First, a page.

Economy 2009: 10 key forecasts

There are several key elements affecting the overall economy, and the stability or otherwise of each can be integral to your business’s viability for the year ahead. JAMES THOMSON surveys the likely scenarios.

Forecast 2009

Australian entrepreneurs have started 2009 with one word ringing in their ears: Recession.

Last year we watched as financial markets across the globe went into freefall, but this year the real economy looks set to suffer, as households stop spending, workers get the sack, and businesses are pushed to the brink of collapse.

It’s going to be rough; but there are still some bright spots for canny companies. Export markets should hold up well, the housing sector looks set for modest growth, and interest rates will keep falling.

To help you steer through the mire, SmartCompany has compiled the 10 crucial economic forecasts for your business in 2009.


1. Economic growth

So will we actually fall into a recession as defined by two periods of negative GDP growth? Almost certainly. Most economists believe the economy contracted in the December quarter of 2008 (we’ll get the official confirmation of this in February) and is also likely to contract in the first three months of 2009.

AMP Capital Investors chief economist Shane Oliver is tipping a mild recession as households in Australia and around the world stop spending and reduce debt. But he leans towards an improvement in the second half of 2009 or early 2010.

“Global recession during the next six to nine months (will be) made worse as households in rich countries reduce debt levels. However some sort of recovery should start to become visible during the second half, or at least in 2010. Some of the conditions for global recovery are falling into place, such as falling oil prices, falling inflation, falling bond yields and fiscal and monetary stimulus.”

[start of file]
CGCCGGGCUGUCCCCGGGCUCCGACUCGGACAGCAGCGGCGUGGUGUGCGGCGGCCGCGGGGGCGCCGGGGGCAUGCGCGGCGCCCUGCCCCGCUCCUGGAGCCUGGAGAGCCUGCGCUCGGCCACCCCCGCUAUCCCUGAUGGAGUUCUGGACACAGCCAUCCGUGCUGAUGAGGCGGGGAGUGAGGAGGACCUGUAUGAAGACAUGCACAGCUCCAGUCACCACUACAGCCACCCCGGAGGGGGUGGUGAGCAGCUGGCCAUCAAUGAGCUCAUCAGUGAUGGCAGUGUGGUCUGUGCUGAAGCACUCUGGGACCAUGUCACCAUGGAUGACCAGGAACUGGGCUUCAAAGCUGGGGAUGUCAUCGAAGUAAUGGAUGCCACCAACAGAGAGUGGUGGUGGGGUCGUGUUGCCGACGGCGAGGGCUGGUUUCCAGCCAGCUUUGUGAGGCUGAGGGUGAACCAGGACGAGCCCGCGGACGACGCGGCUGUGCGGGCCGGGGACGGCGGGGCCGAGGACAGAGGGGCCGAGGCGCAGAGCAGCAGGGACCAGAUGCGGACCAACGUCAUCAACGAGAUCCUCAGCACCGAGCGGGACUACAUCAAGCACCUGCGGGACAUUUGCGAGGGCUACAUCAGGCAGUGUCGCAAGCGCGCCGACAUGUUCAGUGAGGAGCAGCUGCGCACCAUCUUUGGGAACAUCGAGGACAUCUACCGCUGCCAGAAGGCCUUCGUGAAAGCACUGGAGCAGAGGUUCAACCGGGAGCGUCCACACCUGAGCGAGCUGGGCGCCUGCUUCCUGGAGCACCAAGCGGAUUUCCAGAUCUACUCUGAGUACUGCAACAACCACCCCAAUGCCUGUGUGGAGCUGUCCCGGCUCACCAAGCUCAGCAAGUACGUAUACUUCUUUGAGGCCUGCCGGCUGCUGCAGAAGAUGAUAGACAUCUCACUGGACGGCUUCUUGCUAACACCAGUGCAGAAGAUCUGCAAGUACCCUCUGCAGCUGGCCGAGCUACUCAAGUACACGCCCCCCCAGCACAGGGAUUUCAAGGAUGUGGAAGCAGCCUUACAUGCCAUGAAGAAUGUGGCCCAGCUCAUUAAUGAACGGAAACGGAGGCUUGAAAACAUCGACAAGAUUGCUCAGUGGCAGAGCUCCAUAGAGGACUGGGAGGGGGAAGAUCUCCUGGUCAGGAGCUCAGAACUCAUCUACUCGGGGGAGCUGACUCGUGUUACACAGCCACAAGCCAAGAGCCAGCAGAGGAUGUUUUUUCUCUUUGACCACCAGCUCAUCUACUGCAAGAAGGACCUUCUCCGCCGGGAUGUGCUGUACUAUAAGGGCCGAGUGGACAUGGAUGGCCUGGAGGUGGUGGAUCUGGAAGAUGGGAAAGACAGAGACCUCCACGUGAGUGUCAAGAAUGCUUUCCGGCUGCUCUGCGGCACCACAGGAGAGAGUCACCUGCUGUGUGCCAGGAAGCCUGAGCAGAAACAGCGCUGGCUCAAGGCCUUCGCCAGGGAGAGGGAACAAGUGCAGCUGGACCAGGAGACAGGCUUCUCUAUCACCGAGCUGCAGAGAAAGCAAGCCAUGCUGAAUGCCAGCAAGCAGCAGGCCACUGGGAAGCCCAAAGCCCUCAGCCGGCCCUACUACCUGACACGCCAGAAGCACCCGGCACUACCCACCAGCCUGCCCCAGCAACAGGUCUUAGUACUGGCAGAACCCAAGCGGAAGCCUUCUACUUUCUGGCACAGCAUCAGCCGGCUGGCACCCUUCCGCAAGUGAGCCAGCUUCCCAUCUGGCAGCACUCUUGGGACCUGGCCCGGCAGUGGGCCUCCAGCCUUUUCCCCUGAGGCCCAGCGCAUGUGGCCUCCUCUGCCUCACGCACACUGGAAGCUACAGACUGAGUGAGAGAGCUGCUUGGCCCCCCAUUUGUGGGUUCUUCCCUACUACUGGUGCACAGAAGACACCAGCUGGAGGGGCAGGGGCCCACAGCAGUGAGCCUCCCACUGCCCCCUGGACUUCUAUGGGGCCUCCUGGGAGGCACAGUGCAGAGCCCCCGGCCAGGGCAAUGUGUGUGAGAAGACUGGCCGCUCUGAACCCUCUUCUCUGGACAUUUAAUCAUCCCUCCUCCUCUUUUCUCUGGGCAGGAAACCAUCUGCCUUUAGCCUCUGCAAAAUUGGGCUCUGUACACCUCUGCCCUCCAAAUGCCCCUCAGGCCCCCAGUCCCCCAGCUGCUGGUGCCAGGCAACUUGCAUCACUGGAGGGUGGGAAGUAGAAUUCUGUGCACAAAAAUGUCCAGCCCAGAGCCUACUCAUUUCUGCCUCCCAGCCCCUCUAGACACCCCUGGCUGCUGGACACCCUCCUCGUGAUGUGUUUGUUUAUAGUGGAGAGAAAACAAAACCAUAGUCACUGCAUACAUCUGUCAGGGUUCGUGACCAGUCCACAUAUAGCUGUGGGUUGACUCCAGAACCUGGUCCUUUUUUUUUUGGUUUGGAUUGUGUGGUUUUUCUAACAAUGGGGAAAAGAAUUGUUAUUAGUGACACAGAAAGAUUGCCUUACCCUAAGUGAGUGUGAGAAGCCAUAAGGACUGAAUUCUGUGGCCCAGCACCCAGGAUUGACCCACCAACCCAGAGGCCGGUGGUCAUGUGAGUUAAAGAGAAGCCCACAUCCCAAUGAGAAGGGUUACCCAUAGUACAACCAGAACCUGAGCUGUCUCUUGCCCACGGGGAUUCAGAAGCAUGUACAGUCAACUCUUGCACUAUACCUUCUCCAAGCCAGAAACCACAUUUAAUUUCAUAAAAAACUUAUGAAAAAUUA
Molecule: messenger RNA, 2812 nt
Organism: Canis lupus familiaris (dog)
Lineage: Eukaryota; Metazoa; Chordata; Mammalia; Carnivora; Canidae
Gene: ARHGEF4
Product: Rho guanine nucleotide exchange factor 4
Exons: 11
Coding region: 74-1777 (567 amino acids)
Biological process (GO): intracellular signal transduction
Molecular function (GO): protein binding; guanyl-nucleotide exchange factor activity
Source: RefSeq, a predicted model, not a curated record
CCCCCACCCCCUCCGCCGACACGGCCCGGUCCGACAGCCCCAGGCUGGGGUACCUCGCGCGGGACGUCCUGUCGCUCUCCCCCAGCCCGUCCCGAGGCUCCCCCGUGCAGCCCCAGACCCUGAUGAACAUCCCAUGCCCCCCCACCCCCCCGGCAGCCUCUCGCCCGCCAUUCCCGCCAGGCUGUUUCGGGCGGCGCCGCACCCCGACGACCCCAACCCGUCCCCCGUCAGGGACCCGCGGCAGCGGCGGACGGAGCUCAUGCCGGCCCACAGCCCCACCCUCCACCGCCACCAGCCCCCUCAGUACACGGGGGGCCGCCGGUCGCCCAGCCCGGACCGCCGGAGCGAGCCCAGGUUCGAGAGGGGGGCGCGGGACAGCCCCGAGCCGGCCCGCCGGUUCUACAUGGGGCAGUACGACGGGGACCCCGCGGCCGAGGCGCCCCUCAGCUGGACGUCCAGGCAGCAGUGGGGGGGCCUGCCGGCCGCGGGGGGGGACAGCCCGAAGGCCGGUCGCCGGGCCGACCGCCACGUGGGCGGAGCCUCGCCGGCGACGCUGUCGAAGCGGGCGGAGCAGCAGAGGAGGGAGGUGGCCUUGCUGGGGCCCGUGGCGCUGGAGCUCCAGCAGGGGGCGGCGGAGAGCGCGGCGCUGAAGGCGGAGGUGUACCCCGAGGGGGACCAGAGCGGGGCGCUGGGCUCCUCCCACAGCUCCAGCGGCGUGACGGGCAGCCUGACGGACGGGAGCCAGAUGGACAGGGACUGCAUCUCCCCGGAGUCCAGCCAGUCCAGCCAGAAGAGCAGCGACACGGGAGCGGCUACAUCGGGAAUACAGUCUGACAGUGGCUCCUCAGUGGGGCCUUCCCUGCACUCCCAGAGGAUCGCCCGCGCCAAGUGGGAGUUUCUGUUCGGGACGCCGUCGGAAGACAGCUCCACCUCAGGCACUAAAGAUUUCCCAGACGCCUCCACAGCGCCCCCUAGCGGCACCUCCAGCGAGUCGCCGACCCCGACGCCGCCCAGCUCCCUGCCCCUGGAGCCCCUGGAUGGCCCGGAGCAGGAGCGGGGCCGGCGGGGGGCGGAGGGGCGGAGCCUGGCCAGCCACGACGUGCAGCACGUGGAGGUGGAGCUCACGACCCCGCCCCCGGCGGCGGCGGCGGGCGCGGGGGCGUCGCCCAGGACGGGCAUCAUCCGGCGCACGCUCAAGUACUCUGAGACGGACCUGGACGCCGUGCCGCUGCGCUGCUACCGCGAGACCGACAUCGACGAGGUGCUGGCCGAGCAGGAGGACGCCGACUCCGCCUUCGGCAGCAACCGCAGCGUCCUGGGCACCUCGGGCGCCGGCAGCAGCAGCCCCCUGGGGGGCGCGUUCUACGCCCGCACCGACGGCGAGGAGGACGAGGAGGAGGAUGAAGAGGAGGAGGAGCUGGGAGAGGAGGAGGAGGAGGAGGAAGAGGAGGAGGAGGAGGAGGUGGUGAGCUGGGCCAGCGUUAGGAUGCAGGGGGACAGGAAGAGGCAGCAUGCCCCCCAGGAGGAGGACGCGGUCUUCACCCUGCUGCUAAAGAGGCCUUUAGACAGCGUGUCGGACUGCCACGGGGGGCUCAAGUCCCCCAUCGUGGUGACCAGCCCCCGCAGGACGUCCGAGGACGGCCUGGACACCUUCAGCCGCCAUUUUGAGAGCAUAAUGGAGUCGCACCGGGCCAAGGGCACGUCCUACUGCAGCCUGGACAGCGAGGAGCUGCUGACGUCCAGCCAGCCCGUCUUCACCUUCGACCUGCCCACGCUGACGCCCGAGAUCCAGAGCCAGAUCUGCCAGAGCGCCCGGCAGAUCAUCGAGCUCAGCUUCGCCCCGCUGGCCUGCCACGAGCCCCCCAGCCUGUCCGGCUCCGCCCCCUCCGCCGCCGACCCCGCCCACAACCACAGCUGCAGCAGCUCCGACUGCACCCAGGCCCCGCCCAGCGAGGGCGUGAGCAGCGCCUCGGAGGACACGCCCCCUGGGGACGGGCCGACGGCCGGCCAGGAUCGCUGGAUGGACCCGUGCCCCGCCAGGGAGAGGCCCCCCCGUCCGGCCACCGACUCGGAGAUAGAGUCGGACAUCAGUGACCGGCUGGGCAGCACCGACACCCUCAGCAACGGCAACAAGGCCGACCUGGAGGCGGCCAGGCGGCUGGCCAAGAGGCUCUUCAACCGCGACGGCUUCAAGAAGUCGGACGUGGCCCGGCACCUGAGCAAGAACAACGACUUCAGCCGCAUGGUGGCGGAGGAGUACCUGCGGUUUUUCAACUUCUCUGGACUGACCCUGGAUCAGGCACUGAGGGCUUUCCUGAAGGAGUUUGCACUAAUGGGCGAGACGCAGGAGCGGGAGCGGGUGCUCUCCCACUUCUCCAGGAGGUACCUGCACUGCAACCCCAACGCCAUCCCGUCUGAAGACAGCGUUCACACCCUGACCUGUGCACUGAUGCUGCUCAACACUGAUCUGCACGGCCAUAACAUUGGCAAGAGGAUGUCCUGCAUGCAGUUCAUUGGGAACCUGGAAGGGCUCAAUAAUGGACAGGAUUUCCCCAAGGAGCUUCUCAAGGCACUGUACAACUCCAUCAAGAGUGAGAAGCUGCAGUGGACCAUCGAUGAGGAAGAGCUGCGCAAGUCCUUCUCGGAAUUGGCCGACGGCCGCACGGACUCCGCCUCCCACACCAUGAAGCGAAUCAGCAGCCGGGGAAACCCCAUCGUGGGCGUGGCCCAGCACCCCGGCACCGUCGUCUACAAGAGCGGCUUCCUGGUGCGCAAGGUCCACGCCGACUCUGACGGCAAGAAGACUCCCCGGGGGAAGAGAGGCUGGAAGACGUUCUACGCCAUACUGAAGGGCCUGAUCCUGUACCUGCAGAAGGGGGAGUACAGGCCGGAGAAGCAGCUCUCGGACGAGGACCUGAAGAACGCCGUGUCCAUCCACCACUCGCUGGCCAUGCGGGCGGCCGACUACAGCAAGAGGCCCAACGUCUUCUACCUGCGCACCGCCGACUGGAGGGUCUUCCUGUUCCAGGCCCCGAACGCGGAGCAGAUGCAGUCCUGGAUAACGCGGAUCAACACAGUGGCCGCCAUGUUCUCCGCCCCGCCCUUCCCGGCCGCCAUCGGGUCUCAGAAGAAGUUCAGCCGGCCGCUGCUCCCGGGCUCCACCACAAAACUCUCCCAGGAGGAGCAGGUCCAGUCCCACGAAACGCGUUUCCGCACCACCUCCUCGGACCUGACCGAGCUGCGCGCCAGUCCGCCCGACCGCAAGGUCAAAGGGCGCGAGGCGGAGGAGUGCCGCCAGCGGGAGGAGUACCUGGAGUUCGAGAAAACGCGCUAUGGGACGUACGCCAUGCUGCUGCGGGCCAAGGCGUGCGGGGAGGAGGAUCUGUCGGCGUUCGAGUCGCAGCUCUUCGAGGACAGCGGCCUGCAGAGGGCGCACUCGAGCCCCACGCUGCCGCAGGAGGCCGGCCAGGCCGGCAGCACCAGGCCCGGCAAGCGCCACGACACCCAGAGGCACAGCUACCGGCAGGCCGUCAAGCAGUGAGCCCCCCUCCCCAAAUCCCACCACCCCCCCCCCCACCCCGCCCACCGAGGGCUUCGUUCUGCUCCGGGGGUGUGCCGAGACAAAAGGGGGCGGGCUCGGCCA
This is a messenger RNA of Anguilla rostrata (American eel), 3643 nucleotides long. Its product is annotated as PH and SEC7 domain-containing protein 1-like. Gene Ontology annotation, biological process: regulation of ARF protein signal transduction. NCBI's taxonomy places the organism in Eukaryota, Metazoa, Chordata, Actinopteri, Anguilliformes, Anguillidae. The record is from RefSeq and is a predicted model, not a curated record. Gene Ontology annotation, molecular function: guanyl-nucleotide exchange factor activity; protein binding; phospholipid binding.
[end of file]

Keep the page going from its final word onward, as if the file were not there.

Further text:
Most economists are expecting Australia’s GDP will grow between 0.2% and 1.5% in 2009, compared with growth of around 2.25% in 2008. The outlook for 2010 is somewhat better, with economists tipping GDP growth of between 1.7% and 2.5%.


2. Unemployment

The biggest question mark over these economic growth forecasts is the unemployment rate. If unemployment were to rise sharply from the current level of 4.4%, then households will be hit hard and the recession could be deeper than first expected. Stephen Walters, chief economist at JP Morgan, describes households as the Achilles heel of the Australian economy.

“After an extended spending splurge, households embarked on a period of austerity in early 2008. Confidence since has collapsed, owing to plunging equity prices and the onset of global recession, [and] the main headwind for households currently is rising unemployment.”

Walters expects the unemployment rate to double to 9% by the end of 2010, while Westpac chief economist Bill Evans is far more optimistic, forecasting the unemployment rate will rise to 5.3% by the end of 2009 and 6.1% by the end of 2010.


3. Business investment

The key to just how far the unemployment rate rises will be whether businesses are willing to continue to invest and employ. While most economists agree business is far better placed (mainly thanks to lower debt levels) than in previous recessions, difficulties in securing credit and falling commodity prices have severely dented confidence.

“If, as we expect is happening in the US, businesses change their operating model from profit maximisation to debt minimisation and cash hoarding, then Australia’s growth prospects are precarious,” Evans says. “Businesses would persist in delaying investment and hiring, which would in turn intensify households’ concerns about job prospects.”

Evans is predicting business investment growth of -6% in 2009 and zero in 2010, while Walters is predicting a fall from 11.4% in 2008 to -5.1% in 2009 and -7.8% in 2010. But it is worth noting that there are clear risks that the slump in business investment could be far greater – as Evans points out, business investment fell by 20% in 1990 and 1991 during the last recession.


4. Public sector spending

Governments around Australia have valiantly attempted to pick up the slack from the fall in household and government spending. “We anticipate a nearly 7% rise in public spending in real terms in 2008 as the central Government deploys the federal budget surplus,” Walters says.